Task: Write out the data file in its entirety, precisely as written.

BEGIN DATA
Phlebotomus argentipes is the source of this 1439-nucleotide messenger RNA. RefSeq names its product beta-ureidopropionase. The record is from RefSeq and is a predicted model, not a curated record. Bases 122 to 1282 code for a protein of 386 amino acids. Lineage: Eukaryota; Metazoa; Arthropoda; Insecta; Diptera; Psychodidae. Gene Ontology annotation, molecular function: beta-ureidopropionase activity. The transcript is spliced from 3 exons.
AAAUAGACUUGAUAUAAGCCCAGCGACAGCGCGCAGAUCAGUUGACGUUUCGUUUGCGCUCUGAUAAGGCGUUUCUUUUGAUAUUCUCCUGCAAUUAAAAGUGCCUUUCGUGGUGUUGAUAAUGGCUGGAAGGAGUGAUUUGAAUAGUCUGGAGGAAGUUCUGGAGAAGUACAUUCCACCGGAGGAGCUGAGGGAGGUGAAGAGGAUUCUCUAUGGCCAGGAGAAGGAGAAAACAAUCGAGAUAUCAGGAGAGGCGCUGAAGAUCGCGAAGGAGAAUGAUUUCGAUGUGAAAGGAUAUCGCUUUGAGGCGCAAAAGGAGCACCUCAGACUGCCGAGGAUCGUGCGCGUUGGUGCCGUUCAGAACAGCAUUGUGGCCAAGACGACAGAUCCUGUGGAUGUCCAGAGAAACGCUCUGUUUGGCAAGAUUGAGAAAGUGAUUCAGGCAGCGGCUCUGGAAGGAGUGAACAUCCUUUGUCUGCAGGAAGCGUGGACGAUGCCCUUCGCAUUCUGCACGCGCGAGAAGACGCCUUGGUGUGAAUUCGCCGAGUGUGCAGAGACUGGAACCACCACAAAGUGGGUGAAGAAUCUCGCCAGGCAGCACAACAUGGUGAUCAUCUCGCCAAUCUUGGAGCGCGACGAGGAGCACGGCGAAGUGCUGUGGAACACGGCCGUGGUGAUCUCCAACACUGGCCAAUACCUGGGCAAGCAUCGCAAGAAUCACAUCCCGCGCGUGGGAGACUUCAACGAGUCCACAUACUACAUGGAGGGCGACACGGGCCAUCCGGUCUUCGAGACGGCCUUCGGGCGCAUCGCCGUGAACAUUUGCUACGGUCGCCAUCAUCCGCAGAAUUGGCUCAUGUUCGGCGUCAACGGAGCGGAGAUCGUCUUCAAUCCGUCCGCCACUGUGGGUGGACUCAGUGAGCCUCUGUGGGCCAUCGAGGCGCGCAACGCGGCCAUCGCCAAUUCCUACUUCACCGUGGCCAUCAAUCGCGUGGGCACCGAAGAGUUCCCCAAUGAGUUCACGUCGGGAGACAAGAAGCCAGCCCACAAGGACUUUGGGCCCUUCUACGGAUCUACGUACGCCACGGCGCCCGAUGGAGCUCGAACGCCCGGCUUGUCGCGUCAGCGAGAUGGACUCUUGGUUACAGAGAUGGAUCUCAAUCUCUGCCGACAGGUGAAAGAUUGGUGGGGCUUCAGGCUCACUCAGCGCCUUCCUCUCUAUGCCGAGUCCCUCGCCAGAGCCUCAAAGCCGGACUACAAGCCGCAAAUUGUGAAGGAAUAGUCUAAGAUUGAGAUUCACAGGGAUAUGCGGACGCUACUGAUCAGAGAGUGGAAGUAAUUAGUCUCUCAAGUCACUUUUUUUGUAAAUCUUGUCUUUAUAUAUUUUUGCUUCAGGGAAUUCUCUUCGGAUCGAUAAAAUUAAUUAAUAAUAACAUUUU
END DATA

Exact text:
Phlebotomus argentipes is the source of this 1439-nucleotide messenger RNA. RefSeq names its product beta-ureidopropionase. The record is from RefSeq and is a predicted model, not a curated record. Bases 122 to 1282 code for a protein of 386 amino acids. Lineage: Eukaryota; Metazoa; Arthropoda; Insecta; Diptera; Psychodidae. Gene Ontology annotation, molecular function: beta-ureidopropionase activity. The transcript is spliced from 3 exons.
AAAUAGACUUGAUAUAAGCCCAGCGACAGCGCGCAGAUCAGUUGACGUUUCGUUUGCGCUCUGAUAAGGCGUUUCUUUUGAUAUUCUCCUGCAAUUAAAAGUGCCUUUCGUGGUGUUGAUAAUGGCUGGAAGGAGUGAUUUGAAUAGUCUGGAGGAAGUUCUGGAGAAGUACAUUCCACCGGAGGAGCUGAGGGAGGUGAAGAGGAUUCUCUAUGGCCAGGAGAAGGAGAAAACAAUCGAGAUAUCAGGAGAGGCGCUGAAGAUCGCGAAGGAGAAUGAUUUCGAUGUGAAAGGAUAUCGCUUUGAGGCGCAAAAGGAGCACCUCAGACUGCCGAGGAUCGUGCGCGUUGGUGCCGUUCAGAACAGCAUUGUGGCCAAGACGACAGAUCCUGUGGAUGUCCAGAGAAACGCUCUGUUUGGCAAGAUUGAGAAAGUGAUUCAGGCAGCGGCUCUGGAAGGAGUGAACAUCCUUUGUCUGCAGGAAGCGUGGACGAUGCCCUUCGCAUUCUGCACGCGCGAGAAGACGCCUUGGUGUGAAUUCGCCGAGUGUGCAGAGACUGGAACCACCACAAAGUGGGUGAAGAAUCUCGCCAGGCAGCACAACAUGGUGAUCAUCUCGCCAAUCUUGGAGCGCGACGAGGAGCACGGCGAAGUGCUGUGGAACACGGCCGUGGUGAUCUCCAACACUGGCCAAUACCUGGGCAAGCAUCGCAAGAAUCACAUCCCGCGCGUGGGAGACUUCAACGAGUCCACAUACUACAUGGAGGGCGACACGGGCCAUCCGGUCUUCGAGACGGCCUUCGGGCGCAUCGCCGUGAACAUUUGCUACGGUCGCCAUCAUCCGCAGAAUUGGCUCAUGUUCGGCGUCAACGGAGCGGAGAUCGUCUUCAAUCCGUCCGCCACUGUGGGUGGACUCAGUGAGCCUCUGUGGGCCAUCGAGGCGCGCAACGCGGCCAUCGCCAAUUCCUACUUCACCGUGGCCAUCAAUCGCGUGGGCACCGAAGAGUUCCCCAAUGAGUUCACGUCGGGAGACAAGAAGCCAGCCCACAAGGACUUUGGGCCCUUCUACGGAUCUACGUACGCCACGGCGCCCGAUGGAGCUCGAACGCCCGGCUUGUCGCGUCAGCGAGAUGGACUCUUGGUUACAGAGAUGGAUCUCAAUCUCUGCCGACAGGUGAAAGAUUGGUGGGGCUUCAGGCUCACUCAGCGCCUUCCUCUCUAUGCCGAGUCCCUCGCCAGAGCCUCAAAGCCGGACUACAAGCCGCAAAUUGUGAAGGAAUAGUCUAAGAUUGAGAUUCACAGGGAUAUGCGGACGCUACUGAUCAGAGAGUGGAAGUAAUUAGUCUCUCAAGUCACUUUUUUUGUAAAUCUUGUCUUUAUAUAUUUUUGCUUCAGGGAAUUCUCUUCGGAUCGAUAAAAUUAAUUAAUAAUAACAUUUU